Malaysians Share How They Save Money on Coffee

Every week, I do a little mini-forum in the Ringgit Oh Ringgit FB page. Recently, I asked what people do to save money on coffee.

The answers blew me away – you people really love your coffee huh? Some of the answers were so creative and informative, I had to compile them here! Here’s what Malaysians do to save money on that cup of joe, divided into two sections, free and reduced-cost. 

Free Coffee

Enjoy free-flow coffee from work

Quite a few respondents are lucky enough to have free flow coffee at their workplace. It ranges from instant coffee, to those Nescafe machines, to nice espressos.

Genius tip: One person brings a thermos to work to bring home free coffee!

Get coffee as gifts

This answer from Suyin cracks me up lol

Suyin: Tell as many contacts as possible that you love coffee, and get them as gifts when people come in for visits, meetings, and programmes. Recently my colleague from Washington DC came (to Malaysia) and guess who got a nice bag of Ethiopian coffee from California!

save money on coffee

Swipe from hotels

You already paid for those coffee packets in the hotel rooms you booked, so why not?

Get friend to belanja

(I do not endorse this method lol)

Reuse ground coffee from cafes

I like the creativity and resourcefulness of this idea. Might help some of you!

Mohd Yusri Sanusi: Go to Starbucks and ask for used ground coffee. They will hand it out to you for free. Brew it again over and over – it will save you some money. 

Reduced-cost coffee

Content with cheaper options

Many of you save money on coffee by:

  • Drinking instant coffee and 2-in-1 / 3-in-1 coffee mixes
  • Diluting/stretching it out with water/milk/Milo/tea/etc
  • Buying from fast food and convenience store options like McDonald’s and Family Mart
  • Buying from the mamak (see one of the creative replies below!)

Vincent Muthu: Buy one kopi o kao kosong (about RM2 for one takeaway bungkus) from the mamak, split it to 3 cups, keep it in the fridge and ration it through the day. I would dilute it with water then add sugar and / or creamer. If I want it hot, I’d microwave it. If I don’t finish these 3 cups in one day, I drink them the next day as kopi ais.

Make use of deals

Some deals you are using:

  • Bank card-related deals 
  • Seasonal or promotional buy-one-free-one offers
  • E-wallet discounts (I know Boost and GrabRewards got – See reviews of ewallets here)

Regularly look out for coffee deals? What did I miss? Let us know in the comments!

Investing in a home coffee setup

Alright, time to take it up a notch. This is for those of you who take your coffee a bit more… seriously. Love the responses here – coffee enthusiasts really can be quite technical with the beans and the filter and the grinding style, and have invested in equipment and tools to make nicer coffees at home.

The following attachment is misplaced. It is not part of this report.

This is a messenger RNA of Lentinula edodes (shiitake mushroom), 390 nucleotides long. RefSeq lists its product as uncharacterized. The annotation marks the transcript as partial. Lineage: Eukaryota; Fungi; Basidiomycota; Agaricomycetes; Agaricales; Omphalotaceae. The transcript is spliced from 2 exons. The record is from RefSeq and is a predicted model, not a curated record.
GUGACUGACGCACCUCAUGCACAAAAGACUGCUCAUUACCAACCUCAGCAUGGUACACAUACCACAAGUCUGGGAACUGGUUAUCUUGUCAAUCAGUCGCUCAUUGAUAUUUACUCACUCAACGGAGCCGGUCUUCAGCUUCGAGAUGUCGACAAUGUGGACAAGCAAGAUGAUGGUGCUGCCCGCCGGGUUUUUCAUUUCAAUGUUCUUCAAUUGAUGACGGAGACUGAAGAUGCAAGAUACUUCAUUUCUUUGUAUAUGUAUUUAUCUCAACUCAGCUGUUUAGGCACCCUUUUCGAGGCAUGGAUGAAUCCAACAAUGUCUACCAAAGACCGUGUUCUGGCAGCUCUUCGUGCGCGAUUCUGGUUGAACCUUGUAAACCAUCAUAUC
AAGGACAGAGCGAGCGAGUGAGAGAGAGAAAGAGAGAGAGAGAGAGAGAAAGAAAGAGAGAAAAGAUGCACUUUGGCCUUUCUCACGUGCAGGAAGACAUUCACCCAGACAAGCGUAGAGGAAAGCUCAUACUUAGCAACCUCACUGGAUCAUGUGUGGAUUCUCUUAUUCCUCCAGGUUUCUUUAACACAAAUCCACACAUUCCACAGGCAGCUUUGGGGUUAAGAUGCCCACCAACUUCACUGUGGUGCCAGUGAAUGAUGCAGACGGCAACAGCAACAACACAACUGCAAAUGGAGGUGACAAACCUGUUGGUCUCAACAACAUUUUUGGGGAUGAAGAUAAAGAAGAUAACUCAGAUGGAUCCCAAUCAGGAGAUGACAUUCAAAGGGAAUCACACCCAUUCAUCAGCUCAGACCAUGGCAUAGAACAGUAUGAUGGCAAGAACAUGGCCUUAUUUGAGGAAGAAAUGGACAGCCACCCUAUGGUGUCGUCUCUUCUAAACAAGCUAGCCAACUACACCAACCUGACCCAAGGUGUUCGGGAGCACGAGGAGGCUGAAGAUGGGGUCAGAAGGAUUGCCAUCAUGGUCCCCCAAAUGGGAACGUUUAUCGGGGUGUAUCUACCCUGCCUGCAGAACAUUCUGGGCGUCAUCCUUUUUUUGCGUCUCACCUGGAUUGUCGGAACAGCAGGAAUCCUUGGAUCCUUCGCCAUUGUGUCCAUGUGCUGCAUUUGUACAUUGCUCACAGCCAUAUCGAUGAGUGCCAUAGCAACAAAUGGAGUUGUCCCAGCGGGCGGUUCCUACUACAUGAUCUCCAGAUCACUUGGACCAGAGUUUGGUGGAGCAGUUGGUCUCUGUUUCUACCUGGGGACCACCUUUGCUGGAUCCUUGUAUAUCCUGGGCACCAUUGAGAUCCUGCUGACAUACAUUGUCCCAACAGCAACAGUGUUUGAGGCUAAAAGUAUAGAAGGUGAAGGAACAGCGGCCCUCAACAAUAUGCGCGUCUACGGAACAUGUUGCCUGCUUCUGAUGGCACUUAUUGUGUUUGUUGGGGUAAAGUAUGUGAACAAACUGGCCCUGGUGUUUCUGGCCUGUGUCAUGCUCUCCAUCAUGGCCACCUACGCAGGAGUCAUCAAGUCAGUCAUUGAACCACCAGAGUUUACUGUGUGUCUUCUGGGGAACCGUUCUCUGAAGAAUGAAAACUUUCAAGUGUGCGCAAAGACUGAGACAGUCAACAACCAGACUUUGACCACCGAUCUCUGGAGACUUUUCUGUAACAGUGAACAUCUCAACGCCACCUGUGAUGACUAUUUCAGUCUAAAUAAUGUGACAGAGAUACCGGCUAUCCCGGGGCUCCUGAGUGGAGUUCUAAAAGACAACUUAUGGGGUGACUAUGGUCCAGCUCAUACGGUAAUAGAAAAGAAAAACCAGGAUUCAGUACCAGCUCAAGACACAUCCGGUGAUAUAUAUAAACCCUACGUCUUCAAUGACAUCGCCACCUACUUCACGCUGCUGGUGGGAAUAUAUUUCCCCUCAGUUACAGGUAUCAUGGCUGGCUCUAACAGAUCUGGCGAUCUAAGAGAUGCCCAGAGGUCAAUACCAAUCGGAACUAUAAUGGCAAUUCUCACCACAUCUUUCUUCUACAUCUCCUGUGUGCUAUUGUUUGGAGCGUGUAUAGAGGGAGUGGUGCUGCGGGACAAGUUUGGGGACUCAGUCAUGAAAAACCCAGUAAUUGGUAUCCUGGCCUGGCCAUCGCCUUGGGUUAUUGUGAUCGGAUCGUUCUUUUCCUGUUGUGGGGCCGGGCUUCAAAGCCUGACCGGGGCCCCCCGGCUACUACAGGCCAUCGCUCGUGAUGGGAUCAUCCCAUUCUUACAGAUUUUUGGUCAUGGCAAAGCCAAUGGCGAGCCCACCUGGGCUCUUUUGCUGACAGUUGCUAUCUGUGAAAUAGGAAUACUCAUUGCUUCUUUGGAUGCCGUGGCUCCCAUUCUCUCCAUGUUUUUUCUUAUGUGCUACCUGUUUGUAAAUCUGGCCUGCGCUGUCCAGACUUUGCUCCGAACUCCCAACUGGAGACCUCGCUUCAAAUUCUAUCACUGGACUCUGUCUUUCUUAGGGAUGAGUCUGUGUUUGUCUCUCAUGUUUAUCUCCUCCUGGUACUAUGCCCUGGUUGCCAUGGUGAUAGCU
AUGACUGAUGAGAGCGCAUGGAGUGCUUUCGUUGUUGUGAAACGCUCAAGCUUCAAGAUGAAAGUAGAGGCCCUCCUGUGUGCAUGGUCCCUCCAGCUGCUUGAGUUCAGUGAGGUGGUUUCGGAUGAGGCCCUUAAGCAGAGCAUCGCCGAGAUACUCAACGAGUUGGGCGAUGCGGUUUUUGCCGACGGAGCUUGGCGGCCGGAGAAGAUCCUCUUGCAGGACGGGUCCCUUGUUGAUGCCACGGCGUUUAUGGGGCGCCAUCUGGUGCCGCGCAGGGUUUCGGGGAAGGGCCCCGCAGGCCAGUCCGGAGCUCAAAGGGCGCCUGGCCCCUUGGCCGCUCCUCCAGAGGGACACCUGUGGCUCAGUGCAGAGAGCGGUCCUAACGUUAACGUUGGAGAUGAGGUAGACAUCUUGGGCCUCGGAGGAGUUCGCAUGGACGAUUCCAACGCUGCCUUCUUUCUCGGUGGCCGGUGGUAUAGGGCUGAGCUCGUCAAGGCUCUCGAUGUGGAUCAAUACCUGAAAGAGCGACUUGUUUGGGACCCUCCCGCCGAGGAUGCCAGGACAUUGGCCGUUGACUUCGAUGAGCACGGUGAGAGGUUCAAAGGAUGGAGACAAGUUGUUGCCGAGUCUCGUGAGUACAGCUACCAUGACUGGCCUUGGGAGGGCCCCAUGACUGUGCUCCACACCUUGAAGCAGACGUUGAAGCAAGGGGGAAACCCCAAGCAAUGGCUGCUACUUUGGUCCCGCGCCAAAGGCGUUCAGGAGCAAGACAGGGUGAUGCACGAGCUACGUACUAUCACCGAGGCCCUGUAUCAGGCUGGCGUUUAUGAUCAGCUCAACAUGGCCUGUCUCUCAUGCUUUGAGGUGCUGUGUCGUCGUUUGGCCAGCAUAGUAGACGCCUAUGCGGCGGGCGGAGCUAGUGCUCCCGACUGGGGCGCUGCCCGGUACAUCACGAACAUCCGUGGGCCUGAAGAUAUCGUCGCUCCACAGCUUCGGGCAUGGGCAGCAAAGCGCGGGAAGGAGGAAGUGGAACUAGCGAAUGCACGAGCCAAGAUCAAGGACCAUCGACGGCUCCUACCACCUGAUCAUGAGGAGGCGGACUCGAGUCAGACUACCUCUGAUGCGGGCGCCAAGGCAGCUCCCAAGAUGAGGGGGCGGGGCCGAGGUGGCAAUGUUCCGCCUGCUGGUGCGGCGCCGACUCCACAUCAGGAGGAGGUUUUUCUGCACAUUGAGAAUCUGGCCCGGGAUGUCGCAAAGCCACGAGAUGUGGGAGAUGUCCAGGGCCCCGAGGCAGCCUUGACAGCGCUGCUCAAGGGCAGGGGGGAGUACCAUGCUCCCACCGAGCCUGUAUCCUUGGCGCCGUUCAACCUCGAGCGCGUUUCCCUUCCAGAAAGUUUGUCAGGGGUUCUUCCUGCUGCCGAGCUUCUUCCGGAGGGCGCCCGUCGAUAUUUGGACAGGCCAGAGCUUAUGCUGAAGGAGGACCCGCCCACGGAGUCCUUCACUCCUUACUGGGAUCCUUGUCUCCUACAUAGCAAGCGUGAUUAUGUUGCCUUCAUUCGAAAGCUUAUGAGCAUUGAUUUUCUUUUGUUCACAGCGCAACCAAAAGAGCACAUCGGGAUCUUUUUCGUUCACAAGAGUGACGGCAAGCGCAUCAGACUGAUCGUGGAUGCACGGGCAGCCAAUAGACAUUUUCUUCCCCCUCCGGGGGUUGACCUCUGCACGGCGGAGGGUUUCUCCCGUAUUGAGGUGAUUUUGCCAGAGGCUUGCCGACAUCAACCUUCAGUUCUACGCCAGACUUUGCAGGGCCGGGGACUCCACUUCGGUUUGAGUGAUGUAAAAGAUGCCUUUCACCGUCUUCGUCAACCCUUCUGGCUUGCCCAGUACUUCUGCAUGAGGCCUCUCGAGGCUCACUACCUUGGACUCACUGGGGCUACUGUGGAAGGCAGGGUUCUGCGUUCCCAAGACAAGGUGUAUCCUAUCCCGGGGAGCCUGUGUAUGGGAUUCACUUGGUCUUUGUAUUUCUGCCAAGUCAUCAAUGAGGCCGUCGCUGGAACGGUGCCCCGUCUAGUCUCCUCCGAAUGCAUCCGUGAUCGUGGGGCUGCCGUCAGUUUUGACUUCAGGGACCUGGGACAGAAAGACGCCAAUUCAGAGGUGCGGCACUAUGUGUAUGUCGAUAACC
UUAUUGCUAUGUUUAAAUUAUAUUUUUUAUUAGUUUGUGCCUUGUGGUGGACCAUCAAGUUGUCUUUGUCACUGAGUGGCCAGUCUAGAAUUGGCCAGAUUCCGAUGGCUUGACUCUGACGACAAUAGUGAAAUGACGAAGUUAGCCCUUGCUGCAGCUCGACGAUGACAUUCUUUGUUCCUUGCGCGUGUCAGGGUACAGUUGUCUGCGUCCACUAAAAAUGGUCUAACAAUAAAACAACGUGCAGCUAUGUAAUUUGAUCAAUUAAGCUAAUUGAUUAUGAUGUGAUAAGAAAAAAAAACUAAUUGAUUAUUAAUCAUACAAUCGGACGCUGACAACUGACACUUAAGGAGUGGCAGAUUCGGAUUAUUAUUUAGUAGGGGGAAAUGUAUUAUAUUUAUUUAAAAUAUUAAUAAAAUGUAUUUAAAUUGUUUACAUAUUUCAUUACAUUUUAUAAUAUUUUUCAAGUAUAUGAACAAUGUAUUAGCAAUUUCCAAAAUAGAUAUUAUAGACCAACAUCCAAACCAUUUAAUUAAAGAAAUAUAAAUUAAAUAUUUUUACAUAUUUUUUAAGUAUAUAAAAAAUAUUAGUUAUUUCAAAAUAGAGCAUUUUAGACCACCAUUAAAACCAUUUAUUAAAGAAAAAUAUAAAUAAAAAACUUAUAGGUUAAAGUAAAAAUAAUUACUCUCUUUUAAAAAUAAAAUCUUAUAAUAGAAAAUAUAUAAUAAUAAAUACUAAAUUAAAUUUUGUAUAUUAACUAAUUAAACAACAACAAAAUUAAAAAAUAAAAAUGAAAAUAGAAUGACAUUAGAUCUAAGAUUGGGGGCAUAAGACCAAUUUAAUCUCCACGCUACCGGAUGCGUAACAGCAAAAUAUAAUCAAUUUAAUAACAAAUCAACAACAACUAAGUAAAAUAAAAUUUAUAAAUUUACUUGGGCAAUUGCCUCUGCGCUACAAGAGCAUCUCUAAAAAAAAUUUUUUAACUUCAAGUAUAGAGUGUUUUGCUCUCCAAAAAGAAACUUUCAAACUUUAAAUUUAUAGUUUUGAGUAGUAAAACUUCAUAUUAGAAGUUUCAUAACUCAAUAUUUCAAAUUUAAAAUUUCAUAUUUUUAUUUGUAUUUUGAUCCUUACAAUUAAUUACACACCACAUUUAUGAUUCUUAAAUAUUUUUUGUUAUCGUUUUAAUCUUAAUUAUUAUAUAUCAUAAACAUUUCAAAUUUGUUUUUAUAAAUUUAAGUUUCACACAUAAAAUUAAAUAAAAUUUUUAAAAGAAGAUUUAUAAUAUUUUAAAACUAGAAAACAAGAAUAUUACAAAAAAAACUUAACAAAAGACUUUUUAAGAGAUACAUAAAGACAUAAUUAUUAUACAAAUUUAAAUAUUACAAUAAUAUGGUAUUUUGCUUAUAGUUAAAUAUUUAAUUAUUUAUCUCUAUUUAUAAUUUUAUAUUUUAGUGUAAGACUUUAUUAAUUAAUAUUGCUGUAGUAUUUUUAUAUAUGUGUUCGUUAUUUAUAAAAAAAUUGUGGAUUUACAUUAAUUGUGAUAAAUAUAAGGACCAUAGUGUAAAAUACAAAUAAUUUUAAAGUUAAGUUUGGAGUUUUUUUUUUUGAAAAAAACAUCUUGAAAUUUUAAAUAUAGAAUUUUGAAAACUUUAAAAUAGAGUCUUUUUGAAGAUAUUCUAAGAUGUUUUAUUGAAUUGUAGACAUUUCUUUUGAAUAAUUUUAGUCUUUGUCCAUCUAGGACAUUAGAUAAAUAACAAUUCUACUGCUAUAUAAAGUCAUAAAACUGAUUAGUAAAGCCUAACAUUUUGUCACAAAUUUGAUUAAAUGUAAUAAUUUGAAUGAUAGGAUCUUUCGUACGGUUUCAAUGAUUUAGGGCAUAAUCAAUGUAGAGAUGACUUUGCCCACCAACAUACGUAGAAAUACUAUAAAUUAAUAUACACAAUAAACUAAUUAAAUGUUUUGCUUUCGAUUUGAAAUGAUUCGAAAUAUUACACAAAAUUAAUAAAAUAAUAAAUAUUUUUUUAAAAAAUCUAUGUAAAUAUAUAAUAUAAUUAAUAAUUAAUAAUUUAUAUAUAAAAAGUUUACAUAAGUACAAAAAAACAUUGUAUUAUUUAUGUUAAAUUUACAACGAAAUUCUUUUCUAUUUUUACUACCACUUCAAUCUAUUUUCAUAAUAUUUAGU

Here are some of the replies:

Hwa Shi-Hsia: The freshly roasted beans from local coffee shops are quite reasonably priced. I just use the cup thingy from a normal blender to grind my beans. Coffee aficionados say you must use a burr grinder but they’re so expensive and I think for 99.9% of us, we can’t tell the difference between different grinders. But there is a noticeable difference between recently-roasted and freshly-ground coffee versus old ground coffee, so for me that’s as canggih as I want to get.

To extract the coffee, I use my old Aeropress which looks ugly but have lasted for so many years already. I bought it in Singapore some years ago for a quite ridiculous price. Tip: Ask people to bring back from the US – only $25.

Khor Hui Min: I have a simple coffee machine at home (got it as a present) and a French press. I buy coffee beans and grind them – the dark roast from Ikea is nice (about RM16/pack). I also buy ground coffee from Kluang Station (around RM8 for 200g).

Peachcaffeine: I have an Aeropress, bought for AUD45 while travelling in Melbourne. I get roasted beans and hand grind it whenever I want to drink coffee. This way, the coffee bean can be kept longer (than ground coffee), and it’s a good arm workout lol. I buy a bag of roasted beans for RM50/250g and it costs me around RM2.50 per cup (using the Aeropress’ scoop), which would normally cost >RM10 at a cafe.

I also use a metal filter instead of paper filters. It’s more sustainable and cost-effective too. 

Navin Anand: For proper coffee, brew it yourself. Starbucks and other brands are grossly overpriced. My initial coffee setup cost is about RM500 for the grinder, dripper and filters, plus an hour a day on coffee education. My equipment:

  • Grinder: Delonghi KG89
  • Dripper: Hario V60
  • Filter: Unbleached Hario filters